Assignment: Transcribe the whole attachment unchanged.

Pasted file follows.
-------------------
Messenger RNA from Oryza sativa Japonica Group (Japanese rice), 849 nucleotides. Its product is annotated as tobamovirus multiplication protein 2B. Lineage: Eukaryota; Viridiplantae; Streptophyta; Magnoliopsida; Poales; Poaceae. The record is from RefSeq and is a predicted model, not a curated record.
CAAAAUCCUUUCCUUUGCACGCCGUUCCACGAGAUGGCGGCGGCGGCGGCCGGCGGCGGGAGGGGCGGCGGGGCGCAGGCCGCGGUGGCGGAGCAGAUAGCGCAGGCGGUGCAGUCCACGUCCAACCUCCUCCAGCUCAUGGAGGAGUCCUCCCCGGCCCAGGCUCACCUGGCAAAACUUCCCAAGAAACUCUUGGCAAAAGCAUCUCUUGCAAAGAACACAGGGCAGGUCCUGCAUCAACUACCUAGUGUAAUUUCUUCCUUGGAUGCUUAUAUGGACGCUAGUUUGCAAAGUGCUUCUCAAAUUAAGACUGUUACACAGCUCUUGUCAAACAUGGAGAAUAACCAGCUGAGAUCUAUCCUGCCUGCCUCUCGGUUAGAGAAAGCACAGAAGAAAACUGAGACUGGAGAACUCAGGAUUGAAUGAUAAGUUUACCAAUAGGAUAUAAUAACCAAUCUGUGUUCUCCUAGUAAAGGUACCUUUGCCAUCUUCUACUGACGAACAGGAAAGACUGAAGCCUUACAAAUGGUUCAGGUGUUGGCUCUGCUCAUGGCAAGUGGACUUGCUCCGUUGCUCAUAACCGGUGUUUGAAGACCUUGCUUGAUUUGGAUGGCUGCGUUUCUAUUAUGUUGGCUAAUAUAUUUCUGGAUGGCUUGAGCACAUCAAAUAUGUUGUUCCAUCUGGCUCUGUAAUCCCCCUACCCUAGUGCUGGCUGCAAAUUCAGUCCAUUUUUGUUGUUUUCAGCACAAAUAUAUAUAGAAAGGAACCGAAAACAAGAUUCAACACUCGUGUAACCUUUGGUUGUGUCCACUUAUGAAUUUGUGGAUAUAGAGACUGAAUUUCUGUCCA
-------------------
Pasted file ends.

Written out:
Messenger RNA from Oryza sativa Japonica Group (Japanese rice), 849 nucleotides. Its product is annotated as tobamovirus multiplication protein 2B. Lineage: Eukaryota; Viridiplantae; Streptophyta; Magnoliopsida; Poales; Poaceae. The record is from RefSeq and is a predicted model, not a curated record.
CAAAAUCCUUUCCUUUGCACGCCGUUCCACGAGAUGGCGGCGGCGGCGGCCGGCGGCGGGAGGGGCGGCGGGGCGCAGGCCGCGGUGGCGGAGCAGAUAGCGCAGGCGGUGCAGUCCACGUCCAACCUCCUCCAGCUCAUGGAGGAGUCCUCCCCGGCCCAGGCUCACCUGGCAAAACUUCCCAAGAAACUCUUGGCAAAAGCAUCUCUUGCAAAGAACACAGGGCAGGUCCUGCAUCAACUACCUAGUGUAAUUUCUUCCUUGGAUGCUUAUAUGGACGCUAGUUUGCAAAGUGCUUCUCAAAUUAAGACUGUUACACAGCUCUUGUCAAACAUGGAGAAUAACCAGCUGAGAUCUAUCCUGCCUGCCUCUCGGUUAGAGAAAGCACAGAAGAAAACUGAGACUGGAGAACUCAGGAUUGAAUGAUAAGUUUACCAAUAGGAUAUAAUAACCAAUCUGUGUUCUCCUAGUAAAGGUACCUUUGCCAUCUUCUACUGACGAACAGGAAAGACUGAAGCCUUACAAAUGGUUCAGGUGUUGGCUCUGCUCAUGGCAAGUGGACUUGCUCCGUUGCUCAUAACCGGUGUUUGAAGACCUUGCUUGAUUUGGAUGGCUGCGUUUCUAUUAUGUUGGCUAAUAUAUUUCUGGAUGGCUUGAGCACAUCAAAUAUGUUGUUCCAUCUGGCUCUGUAAUCCCCCUACCCUAGUGCUGGCUGCAAAUUCAGUCCAUUUUUGUUGUUUUCAGCACAAAUAUAUAUAGAAAGGAACCGAAAACAAGAUUCAACACUCGUGUAACCUUUGGUUGUGUCCACUUAUGAAUUUGUGGAUAUAGAGACUGAAUUUCUGUCCA